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Cunningham v. Snearly

United States District Court, S.D. Illinois

March 8, 2017

TIMOTHY J. CUNNINGHAM SR., Plaintiff,
v.
SNEARLY, Defendant.

          MEMORANDUM AND ORDER

          NANCY J. ROSENSTENGEL United States District Judge.

         Plaintiff Timothy J. Cunningham, Sr., an inmate in Lawrence Correctional Center, brings this action for deprivations of his constitutional rights pursuant to 42 U.S.C. § 1983. Plaintiff requests monetary damages.

         This case is now before the Court for a preliminary review of the Complaint pursuant to 28 U.S.C. § 1915A, which provides:

(a) Screening - The court shall review, before docketing, if feasible or, in any event, as soon as practicable after docketing, a complaint in a civil action in which a prisoner seeks redress from a governmental entity or officer or employee of a governmental entity.
(b) Grounds for Dismissal - On review, the court shall identify cognizable claims or dismiss the complaint, or any portion of the complaint, if the complaint-
(1) is frivolous, malicious, or fails to state a claim on which relief may be granted; or
(2) seeks monetary relief from a defendant who is immune from such relief.

         An action or claim is frivolous if “it lacks an arguable basis either in law or in fact.” Neitzke v. Williams, 490 U.S. 319, 325 (1989). Frivolousness is an objective standard that refers to a claim that any reasonable person would find meritless. Lee v. Clinton, 209 F.3d 1025, 1026- 27 (7th Cir. 2000). An action fails to state a claim upon which relief can be granted if it does not plead “enough facts to state a claim to relief that is plausible on its face.” Bell Atlantic Corp. v. Twombly, 550 U.S. 544, 570 (2007). The claim of entitlement to relief must cross “the line between possibility and plausibility.” Id. at 557. At this juncture, the factual allegations of the pro se complaint are to be liberally construed. See Rodriguez v. Plymouth Ambulance Serv., 577 F.3d 816, 821 (7th Cir. 2009).

         Upon careful review of the Complaint and any supporting exhibits, the Court finds it appropriate to exercise its authority under § 1915A; this action is subject to summary dismissal.

         The Complaint

         Plaintiff originally brought this claim in case No. 16-cv-1360-MJR on December 19, 2016. (Doc. 1). On February 8, 2017, the Court severed this claim from that action as unrelated. (Doc. 1).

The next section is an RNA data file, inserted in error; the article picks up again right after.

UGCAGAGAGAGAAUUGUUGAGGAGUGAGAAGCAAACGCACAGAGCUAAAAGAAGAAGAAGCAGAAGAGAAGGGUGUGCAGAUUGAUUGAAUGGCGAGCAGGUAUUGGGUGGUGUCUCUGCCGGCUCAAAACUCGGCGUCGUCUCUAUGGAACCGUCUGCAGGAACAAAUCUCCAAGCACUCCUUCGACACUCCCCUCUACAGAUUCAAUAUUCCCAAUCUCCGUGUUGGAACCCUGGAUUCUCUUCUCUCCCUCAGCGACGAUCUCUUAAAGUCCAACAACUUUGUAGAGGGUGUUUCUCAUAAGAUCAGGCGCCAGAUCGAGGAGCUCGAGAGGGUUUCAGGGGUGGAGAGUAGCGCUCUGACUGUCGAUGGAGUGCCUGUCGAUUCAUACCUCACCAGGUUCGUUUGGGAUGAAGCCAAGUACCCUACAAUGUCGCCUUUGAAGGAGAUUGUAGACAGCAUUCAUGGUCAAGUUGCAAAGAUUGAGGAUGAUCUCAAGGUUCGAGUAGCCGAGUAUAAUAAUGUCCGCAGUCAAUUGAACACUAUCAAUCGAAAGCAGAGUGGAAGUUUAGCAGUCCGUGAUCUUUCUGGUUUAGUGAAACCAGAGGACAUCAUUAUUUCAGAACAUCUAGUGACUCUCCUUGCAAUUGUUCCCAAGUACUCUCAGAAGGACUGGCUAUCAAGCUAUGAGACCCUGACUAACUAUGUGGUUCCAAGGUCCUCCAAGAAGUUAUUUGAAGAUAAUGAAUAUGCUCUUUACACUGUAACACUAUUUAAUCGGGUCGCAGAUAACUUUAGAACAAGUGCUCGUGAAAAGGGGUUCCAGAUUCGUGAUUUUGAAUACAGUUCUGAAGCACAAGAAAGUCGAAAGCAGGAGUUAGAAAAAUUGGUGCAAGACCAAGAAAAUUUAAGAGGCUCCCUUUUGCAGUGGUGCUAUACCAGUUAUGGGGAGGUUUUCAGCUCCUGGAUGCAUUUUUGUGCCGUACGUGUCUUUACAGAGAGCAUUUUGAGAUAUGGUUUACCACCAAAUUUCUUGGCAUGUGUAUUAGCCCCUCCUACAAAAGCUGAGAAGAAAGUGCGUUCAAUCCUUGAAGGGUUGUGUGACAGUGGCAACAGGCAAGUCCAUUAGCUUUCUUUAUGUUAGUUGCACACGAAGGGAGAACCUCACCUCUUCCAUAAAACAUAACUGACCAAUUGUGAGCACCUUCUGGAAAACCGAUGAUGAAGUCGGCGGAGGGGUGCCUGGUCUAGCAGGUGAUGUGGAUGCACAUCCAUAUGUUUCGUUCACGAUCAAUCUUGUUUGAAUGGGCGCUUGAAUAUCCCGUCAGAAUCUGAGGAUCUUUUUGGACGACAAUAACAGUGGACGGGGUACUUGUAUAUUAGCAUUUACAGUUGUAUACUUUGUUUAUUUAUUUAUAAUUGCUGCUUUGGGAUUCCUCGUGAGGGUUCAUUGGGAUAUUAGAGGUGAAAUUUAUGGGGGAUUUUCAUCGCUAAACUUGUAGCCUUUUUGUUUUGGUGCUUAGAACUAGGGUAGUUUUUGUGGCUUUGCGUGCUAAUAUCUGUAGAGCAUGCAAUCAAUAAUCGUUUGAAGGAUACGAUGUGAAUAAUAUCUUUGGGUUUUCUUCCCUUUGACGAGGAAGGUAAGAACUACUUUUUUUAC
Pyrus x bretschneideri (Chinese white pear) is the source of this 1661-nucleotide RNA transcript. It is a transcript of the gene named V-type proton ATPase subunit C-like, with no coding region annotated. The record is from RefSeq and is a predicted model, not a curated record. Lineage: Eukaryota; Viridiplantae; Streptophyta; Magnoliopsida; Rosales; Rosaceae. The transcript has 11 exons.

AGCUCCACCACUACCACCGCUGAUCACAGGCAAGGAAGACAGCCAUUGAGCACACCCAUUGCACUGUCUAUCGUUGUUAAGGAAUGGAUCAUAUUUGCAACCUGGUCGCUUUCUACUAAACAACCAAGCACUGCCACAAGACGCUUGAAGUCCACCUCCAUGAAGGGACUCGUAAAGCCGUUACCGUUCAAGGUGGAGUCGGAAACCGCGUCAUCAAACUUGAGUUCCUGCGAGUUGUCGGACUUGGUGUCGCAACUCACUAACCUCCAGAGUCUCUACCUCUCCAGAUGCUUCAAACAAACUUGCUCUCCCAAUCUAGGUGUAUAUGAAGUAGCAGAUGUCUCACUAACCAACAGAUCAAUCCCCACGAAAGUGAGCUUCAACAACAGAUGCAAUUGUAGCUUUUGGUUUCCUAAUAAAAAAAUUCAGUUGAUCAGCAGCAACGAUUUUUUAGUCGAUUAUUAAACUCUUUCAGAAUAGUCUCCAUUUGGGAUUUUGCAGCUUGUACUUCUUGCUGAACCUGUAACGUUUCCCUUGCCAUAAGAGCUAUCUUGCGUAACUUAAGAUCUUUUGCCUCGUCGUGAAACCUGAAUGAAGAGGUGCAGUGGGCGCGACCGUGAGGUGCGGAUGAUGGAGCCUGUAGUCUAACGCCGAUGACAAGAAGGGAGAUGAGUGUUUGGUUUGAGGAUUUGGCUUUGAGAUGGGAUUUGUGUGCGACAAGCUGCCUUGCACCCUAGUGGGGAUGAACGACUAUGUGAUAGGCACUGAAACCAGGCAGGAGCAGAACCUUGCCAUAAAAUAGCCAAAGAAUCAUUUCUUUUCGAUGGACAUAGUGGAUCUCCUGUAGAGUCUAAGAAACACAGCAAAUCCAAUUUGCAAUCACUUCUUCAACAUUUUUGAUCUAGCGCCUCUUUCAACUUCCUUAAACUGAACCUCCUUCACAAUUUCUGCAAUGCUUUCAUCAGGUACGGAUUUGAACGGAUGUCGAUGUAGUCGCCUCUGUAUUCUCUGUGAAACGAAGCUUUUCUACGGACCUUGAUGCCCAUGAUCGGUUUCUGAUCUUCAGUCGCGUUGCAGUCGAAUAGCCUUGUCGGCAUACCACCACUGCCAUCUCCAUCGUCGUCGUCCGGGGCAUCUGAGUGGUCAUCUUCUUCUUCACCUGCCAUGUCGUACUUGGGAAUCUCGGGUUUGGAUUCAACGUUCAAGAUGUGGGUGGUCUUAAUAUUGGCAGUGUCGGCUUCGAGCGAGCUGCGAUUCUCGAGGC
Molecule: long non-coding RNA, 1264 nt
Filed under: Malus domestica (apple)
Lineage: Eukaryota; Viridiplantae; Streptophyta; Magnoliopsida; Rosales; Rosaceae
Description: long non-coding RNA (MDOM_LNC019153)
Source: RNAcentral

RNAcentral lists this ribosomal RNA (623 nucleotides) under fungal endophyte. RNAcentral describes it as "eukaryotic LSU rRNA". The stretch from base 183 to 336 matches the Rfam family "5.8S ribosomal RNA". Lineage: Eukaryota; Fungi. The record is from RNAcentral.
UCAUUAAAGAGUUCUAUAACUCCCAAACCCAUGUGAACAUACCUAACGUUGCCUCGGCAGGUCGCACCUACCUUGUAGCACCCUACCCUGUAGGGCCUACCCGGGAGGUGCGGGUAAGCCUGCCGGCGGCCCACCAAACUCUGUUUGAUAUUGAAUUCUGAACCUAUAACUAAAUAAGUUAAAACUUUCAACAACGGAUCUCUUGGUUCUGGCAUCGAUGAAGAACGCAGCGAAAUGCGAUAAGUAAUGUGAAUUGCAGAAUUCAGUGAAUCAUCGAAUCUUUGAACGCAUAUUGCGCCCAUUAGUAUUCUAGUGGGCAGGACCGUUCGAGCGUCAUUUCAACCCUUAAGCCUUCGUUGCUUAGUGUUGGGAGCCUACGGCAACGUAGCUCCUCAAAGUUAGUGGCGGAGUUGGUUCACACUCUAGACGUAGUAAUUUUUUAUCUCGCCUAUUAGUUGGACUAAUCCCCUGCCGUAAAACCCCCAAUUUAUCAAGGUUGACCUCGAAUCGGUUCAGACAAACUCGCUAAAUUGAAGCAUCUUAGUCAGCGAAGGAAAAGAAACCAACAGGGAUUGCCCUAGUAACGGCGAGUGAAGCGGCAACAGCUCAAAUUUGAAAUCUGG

Plaintiff alleges that on September 15, 18, and 21, 2016, Officer Snearly cut short the time to eat on the diabetic chow line. (Doc. 2, p. 16). Exhibits attached to the Complaint allege that on September 15, the last man in the chow line sat down at 4:43 pm, and that Snearly called out the inmates at 4:48 pm, forcing Plaintiff to throw away the rest of his meal. (Doc. 2-11, p. 3). On September 18, the last man sat down at 4:48 pm, and Snearly told the inmates to exit the chow facility at 4:51 pm. (Doc. 2-11, p. 5). On September 21, 2016, Snearly entered the chow dining area and told the assembled inmates that he usually gives inmates twelve minutes to eat, and that they had been eating for fifteen minutes, three minutes longer than usual. (Doc. 2, p. 16). The grievance Plaintiff wrote on this incident suggests that the last inmate sat down sometime between 4:44 pm and 4:47 pm, and that the inmates were told to get up at 4:50 pm. (Doc. 2-11, p. 8).[1] Snearly told the inmates to get out because they had been eating too long. (Doc. 2, p. 16). Snearly was serving as the walk officer, who is in charge of moving inmates from building to building. Id. Plaintiff alleges that Snearly is not supposed to control how long the inmates have to eat. Id. Plaintiff further alleges that Snearly violated Rule 11 of the inmate orientation manual, which states that inmates will be allowed ten minutes to eat from the time the last man sits down. Id. As a result of Snearly's actions, Plaintiff was forced to throw away food. Id. Plaintiff is a diabetic. Id. If Plaintiff has to eat commissary food instead of chow hall food, it puts him at risk because he could potentially eat too much sugar. Id.

         Discussion

         Previously, the Court found that Plaintiff had alleged one ...


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